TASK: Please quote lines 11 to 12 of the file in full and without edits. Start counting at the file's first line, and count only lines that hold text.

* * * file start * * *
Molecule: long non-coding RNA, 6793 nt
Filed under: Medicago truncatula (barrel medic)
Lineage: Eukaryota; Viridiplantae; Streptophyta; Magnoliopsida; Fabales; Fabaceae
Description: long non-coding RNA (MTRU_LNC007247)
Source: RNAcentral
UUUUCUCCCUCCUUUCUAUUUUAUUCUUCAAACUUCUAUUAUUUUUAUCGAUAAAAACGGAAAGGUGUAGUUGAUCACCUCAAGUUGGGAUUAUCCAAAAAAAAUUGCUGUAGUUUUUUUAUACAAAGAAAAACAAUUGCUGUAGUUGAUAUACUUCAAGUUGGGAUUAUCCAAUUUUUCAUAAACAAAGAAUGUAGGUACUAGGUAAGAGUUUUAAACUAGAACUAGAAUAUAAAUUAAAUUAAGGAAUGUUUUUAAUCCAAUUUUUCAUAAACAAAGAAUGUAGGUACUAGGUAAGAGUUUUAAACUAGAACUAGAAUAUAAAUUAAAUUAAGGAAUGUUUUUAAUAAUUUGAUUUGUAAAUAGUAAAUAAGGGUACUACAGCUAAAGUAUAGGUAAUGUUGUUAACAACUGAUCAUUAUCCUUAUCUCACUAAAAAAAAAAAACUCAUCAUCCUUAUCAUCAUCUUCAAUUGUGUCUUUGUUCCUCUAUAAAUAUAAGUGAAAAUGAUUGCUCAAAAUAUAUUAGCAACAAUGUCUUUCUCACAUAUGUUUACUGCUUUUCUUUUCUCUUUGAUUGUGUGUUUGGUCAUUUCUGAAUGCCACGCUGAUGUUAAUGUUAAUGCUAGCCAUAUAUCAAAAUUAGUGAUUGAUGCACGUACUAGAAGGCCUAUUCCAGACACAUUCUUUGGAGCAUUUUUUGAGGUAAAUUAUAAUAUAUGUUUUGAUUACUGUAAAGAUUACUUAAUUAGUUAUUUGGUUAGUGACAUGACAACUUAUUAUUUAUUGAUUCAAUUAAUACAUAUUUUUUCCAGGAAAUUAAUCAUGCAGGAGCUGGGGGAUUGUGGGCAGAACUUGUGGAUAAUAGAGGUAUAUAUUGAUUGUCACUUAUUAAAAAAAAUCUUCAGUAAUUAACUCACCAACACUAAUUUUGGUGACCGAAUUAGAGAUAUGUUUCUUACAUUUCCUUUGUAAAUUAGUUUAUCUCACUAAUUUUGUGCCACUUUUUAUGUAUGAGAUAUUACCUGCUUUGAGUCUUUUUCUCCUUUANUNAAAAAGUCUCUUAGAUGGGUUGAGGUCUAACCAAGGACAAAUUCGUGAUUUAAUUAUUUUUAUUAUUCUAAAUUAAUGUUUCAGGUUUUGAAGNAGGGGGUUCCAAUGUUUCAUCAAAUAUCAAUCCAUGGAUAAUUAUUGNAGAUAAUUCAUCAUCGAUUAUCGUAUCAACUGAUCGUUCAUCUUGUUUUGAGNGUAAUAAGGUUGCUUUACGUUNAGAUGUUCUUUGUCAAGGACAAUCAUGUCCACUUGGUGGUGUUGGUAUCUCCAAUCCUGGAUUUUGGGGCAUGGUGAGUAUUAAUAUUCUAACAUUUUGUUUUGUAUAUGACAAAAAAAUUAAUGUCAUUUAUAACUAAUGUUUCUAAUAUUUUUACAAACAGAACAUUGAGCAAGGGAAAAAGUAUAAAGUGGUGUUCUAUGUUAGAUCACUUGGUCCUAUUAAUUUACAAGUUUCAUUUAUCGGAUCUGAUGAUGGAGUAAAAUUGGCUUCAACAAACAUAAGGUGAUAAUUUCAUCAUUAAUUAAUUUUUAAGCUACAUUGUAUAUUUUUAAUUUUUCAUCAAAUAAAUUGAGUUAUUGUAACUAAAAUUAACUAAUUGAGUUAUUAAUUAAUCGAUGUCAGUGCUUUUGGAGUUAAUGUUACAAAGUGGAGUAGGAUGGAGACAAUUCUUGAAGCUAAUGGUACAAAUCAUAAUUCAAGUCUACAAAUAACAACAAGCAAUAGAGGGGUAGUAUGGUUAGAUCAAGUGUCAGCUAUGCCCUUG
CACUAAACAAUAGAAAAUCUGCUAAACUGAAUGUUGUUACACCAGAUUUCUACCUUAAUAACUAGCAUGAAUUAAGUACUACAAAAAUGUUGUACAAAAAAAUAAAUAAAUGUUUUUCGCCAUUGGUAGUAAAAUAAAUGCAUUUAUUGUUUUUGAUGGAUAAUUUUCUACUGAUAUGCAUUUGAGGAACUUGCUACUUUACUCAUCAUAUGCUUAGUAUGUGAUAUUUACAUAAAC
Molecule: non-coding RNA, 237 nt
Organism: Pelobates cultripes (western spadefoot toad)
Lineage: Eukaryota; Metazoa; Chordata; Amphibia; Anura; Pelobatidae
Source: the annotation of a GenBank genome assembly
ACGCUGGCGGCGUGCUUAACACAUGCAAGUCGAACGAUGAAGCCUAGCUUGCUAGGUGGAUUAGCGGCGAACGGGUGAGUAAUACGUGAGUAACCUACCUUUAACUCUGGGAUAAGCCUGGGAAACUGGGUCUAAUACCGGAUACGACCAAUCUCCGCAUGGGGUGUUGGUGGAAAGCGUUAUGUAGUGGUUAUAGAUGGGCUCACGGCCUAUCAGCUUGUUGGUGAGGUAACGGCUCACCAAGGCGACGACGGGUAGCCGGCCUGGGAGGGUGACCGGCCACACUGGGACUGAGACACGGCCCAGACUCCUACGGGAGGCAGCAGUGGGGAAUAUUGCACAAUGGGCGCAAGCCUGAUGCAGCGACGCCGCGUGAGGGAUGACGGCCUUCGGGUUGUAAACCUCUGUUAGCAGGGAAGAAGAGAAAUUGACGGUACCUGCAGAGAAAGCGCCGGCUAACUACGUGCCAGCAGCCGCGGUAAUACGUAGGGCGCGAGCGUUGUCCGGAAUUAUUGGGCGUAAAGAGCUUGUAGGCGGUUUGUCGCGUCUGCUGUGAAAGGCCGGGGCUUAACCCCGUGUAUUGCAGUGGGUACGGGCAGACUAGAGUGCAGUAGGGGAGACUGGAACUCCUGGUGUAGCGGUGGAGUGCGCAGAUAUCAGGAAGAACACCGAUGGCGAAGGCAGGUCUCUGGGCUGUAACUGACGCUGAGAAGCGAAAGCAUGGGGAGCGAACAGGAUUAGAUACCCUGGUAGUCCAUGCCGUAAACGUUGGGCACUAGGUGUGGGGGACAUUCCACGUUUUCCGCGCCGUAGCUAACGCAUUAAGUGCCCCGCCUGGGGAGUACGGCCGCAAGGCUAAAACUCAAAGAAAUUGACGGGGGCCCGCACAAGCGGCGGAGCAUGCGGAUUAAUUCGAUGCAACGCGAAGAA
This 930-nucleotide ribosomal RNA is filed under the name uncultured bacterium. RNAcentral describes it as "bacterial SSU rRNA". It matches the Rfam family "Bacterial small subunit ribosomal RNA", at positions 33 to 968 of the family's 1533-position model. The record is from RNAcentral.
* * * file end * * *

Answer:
Source: the annotation of a GenBank genome assembly
ACGCUGGCGGCGUGCUUAACACAUGCAAGUCGAACGAUGAAGCCUAGCUUGCUAGGUGGAUUAGCGGCGAACGGGUGAGUAAUACGUGAGUAACCUACCUUUAACUCUGGGAUAAGCCUGGGAAACUGGGUCUAAUACCGGAUACGACCAAUCUCCGCAUGGGGUGUUGGUGGAAAGCGUUAUGUAGUGGUUAUAGAUGGGCUCACGGCCUAUCAGCUUGUUGGUGAGGUAACGGCUCACCAAGGCGACGACGGGUAGCCGGCCUGGGAGGGUGACCGGCCACACUGGGACUGAGACACGGCCCAGACUCCUACGGGAGGCAGCAGUGGGGAAUAUUGCACAAUGGGCGCAAGCCUGAUGCAGCGACGCCGCGUGAGGGAUGACGGCCUUCGGGUUGUAAACCUCUGUUAGCAGGGAAGAAGAGAAAUUGACGGUACCUGCAGAGAAAGCGCCGGCUAACUACGUGCCAGCAGCCGCGGUAAUACGUAGGGCGCGAGCGUUGUCCGGAAUUAUUGGGCGUAAAGAGCUUGUAGGCGGUUUGUCGCGUCUGCUGUGAAAGGCCGGGGCUUAACCCCGUGUAUUGCAGUGGGUACGGGCAGACUAGAGUGCAGUAGGGGAGACUGGAACUCCUGGUGUAGCGGUGGAGUGCGCAGAUAUCAGGAAGAACACCGAUGGCGAAGGCAGGUCUCUGGGCUGUAACUGACGCUGAGAAGCGAAAGCAUGGGGAGCGAACAGGAUUAGAUACCCUGGUAGUCCAUGCCGUAAACGUUGGGCACUAGGUGUGGGGGACAUUCCACGUUUUCCGCGCCGUAGCUAACGCAUUAAGUGCCCCGCCUGGGGAGUACGGCCGCAAGGCUAAAACUCAAAGAAAUUGACGGGGGCCCGCACAAGCGGCGGAGCAUGCGGAUUAAUUCGAUGCAACGCGAAGAA